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Ideas have ancestors

geneology of ideas

“Look at Shakespeare, who borrowed all of his plots. In ‘A Song of Ice and Fire,’ I take stuff from the Wars of the Roses and other fantasy things, and all these things work around in my head and somehow they jell into what I hope is uniquely my own.” George R.R. Martin

It’s all been done before…and that’s fantastic!

Ideas are the seeds of creativity. And yet, as artists and writers we often get discouraged thinking “It’s all been done before.”

That’s the good news. No, really. It IS good news because I’m not sure anyone is wholly original. We build on each other’s ideas. That’s why I say that ‘ideas have ancestors.’ We can trace their lineage.

Shakespeare wrote Romeo and Juliet (and it sounds like he got his plot elsewhere.) Along came the creators of West Side Story who basically told the same story but changed it. George R.R. Martin took a story from history, amped it up and made it his own.

You’re probably thinking “But, Aprille, what about Leonardo da Vinci?” (Insert any creative hero here.)

They got their ideas from somewhere else, often the natural world around them. They saw what everyone else saw but  through the lens of curiosity.

Make it your own

What could you create today starting with the inspiration of something else? How would you change it to make it truly your own? I’m not advocating copying. That’s just plain bad karma.  But inspiration? That’s a good thing.

Inspiration always starts somewhere. Steve Jobs got his design idea for the Ipad on a Zen retreat. The designer of Velcro was a hunter who had to pick cockle-burs off his pants and wondered how they stuck there.

The geneology of an idea

Austin Kleon, in his brilliant book “Steal Like an Artist” talks about the ‘geneology of ideas’. I love this concept. So much in fact, that I did as he advised and spent time reading about an artist I greatly admire. From there I tracked down her influencers and saw how they inspired her.

From that I got a whole slew of creative ideas, all of them uniquely mine and yet…not. I can trace their family tree.

See what I mean? It’s not about being an original. It’s about seeing things in a new way by building on our creative ‘ancestors’. I’m not sure anyone starts from nothing. Ideas have family trees.

Gives a whole new meaning to recycling, doesn’t it?

Who are your creative heroes? How have they influenced you? Share in the comments. I’d love to hear from you!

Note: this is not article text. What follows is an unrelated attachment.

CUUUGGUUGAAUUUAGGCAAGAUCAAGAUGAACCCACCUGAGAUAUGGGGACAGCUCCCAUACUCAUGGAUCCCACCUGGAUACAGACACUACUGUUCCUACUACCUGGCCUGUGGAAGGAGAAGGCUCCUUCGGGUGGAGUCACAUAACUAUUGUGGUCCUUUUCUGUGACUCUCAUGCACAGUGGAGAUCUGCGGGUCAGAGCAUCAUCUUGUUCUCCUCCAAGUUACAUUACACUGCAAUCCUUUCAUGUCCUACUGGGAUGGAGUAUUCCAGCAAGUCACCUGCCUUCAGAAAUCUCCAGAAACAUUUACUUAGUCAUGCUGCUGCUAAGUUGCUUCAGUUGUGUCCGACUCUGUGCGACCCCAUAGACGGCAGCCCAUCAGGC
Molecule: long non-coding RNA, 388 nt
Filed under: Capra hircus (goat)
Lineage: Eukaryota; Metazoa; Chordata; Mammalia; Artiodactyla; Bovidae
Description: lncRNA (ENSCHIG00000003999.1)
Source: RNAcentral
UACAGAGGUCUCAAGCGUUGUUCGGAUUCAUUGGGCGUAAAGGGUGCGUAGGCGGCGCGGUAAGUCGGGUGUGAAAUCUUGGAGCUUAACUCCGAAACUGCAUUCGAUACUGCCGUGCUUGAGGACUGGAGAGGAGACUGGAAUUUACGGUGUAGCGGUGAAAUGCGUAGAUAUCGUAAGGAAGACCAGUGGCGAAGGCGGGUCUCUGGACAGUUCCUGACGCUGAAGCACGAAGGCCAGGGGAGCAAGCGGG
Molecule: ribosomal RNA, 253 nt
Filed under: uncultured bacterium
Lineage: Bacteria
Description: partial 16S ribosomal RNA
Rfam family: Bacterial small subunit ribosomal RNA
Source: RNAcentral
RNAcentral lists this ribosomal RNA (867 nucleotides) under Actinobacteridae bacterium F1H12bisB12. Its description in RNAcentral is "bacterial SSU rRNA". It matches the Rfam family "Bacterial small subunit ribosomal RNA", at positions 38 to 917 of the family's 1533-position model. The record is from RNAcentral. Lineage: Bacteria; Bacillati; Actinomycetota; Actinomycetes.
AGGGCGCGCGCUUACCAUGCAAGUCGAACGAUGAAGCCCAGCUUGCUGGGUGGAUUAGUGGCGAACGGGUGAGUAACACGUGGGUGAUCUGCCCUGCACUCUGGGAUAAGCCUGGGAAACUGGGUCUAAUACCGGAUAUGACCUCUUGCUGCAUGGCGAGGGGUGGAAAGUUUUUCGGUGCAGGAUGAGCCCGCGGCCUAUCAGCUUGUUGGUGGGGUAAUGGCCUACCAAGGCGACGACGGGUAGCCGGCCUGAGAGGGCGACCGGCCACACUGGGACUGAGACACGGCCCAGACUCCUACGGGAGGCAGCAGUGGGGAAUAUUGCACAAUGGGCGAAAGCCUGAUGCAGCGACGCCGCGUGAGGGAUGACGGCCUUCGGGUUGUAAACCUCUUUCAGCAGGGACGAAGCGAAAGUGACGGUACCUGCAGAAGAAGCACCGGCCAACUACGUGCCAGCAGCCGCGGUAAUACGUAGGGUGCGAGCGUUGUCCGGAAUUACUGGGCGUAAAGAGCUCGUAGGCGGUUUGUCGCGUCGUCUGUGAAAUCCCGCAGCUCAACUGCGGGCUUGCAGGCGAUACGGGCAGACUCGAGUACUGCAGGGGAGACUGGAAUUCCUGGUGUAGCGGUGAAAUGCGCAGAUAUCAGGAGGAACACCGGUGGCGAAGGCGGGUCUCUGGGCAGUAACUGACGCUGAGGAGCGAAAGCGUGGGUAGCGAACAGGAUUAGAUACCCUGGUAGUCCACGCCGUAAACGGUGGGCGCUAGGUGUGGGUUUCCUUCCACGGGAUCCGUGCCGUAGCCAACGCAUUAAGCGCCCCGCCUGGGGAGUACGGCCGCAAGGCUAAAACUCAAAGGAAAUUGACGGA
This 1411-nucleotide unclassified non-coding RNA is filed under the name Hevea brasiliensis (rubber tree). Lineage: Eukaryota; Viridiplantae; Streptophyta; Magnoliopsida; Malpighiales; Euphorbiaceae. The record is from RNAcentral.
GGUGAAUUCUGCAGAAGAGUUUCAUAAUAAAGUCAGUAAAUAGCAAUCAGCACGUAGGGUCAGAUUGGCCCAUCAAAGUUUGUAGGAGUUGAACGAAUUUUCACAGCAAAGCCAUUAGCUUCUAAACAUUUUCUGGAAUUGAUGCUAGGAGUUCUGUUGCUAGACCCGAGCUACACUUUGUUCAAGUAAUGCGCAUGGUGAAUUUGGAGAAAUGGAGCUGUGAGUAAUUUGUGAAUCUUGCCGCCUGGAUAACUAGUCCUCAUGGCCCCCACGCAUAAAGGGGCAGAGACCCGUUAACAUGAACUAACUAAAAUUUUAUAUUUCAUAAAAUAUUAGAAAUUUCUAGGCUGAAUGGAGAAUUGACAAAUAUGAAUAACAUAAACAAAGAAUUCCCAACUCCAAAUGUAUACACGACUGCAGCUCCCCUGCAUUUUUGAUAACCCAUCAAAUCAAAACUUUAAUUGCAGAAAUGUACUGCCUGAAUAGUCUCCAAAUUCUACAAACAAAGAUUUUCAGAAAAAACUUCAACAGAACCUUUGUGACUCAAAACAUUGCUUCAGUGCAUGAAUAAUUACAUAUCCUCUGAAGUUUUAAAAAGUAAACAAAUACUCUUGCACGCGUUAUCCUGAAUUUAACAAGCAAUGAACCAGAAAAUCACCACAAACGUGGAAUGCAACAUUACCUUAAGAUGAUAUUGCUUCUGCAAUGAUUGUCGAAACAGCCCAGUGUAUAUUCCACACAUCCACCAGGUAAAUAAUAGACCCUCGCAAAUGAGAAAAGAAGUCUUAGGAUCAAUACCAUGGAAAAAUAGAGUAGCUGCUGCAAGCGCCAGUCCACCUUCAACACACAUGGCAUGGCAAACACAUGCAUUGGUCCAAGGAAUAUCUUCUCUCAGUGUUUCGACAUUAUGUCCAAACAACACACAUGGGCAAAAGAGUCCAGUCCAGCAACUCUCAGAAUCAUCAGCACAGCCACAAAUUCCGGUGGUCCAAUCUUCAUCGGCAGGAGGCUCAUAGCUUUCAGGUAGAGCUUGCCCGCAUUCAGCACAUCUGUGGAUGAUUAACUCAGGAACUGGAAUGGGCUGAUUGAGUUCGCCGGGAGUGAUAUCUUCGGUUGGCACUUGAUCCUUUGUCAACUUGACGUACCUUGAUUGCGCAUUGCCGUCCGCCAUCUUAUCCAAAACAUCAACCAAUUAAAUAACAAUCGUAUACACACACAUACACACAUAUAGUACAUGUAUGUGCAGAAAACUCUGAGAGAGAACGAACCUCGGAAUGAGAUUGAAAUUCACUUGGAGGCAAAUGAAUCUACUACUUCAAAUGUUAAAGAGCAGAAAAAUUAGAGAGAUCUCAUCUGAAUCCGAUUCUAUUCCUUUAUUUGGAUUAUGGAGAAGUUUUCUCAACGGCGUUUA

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Muse Flash: Be the Verb

Marriage is not a noun; it’s a verb. It isn’t something you get. It’s something you do. It’s the way you love your partner every day. Barbara De Angelis

I know. This is an art blog, not a relationship blog.

Or is it?

BE a verb and be creative every dayRecently we watched “Big Eyes” on Netflix, a movie based on a true story. The motivations of the two lead characters fascinated me. The wife, artist Margaret Keane, allowed her husband Walter Keane to claim her work as his.

I won’t go into a lot of detail about the story itself but at one point I turned to my husband and said, “He wants the title, not the work.”

Like a good marriage, you first fall in love with your creativity. But you can’t be passive about it if you want a long term relationship. You must commit and work at it. And some days? It ain’t easy.

But it’s always worth it.

So to paraphrase Barbara De Angelis – “Creativity isn’t a noun; it’s a verb. It isn’t something you get. It’s something you do. It’s the way you love your muse every day.”

If you agree, why not “be a verb” and share this. Thanks!

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Muse Flash: Make Time Work For You

The bad news is time flies. The good news is you’re the pilot. – Micheal Altshuler

My most popular post is about how to find time for your art. Seems everyone is looking for more time to devote to their art.

Last week Nova Scotia experienced the fourth nor’easter in about two weeks. Watching the snow swirl and the waves crash on the shore below us reminded me of those stormy days I struggled into work in the city. I’d dream about staying home close to a warm fire, doing something I loved.

After three storms, it struck me I still hadn’t done anything about that dream.

What was I waiting for?Time to paint on a stormy afternoon

Decision made, I set up a small painting area near the fire and that’s where I spent my afternoon. Watching the storm out the windows to my left. Drinking tea. Making art. Living the dream.

That pocket of time was right under my nose and I almost missed it. Almost.

I turned off my autopilot, climbed into the pilot’s seat and took back control.

Take the time

You might not be gifted with a whole afternoon as I was but most of us can find fifteen minutes in almost every day. Keep a small sketchbook and pencil handy and be awake to those moments that come our way.

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Muse Flash: Creative Flow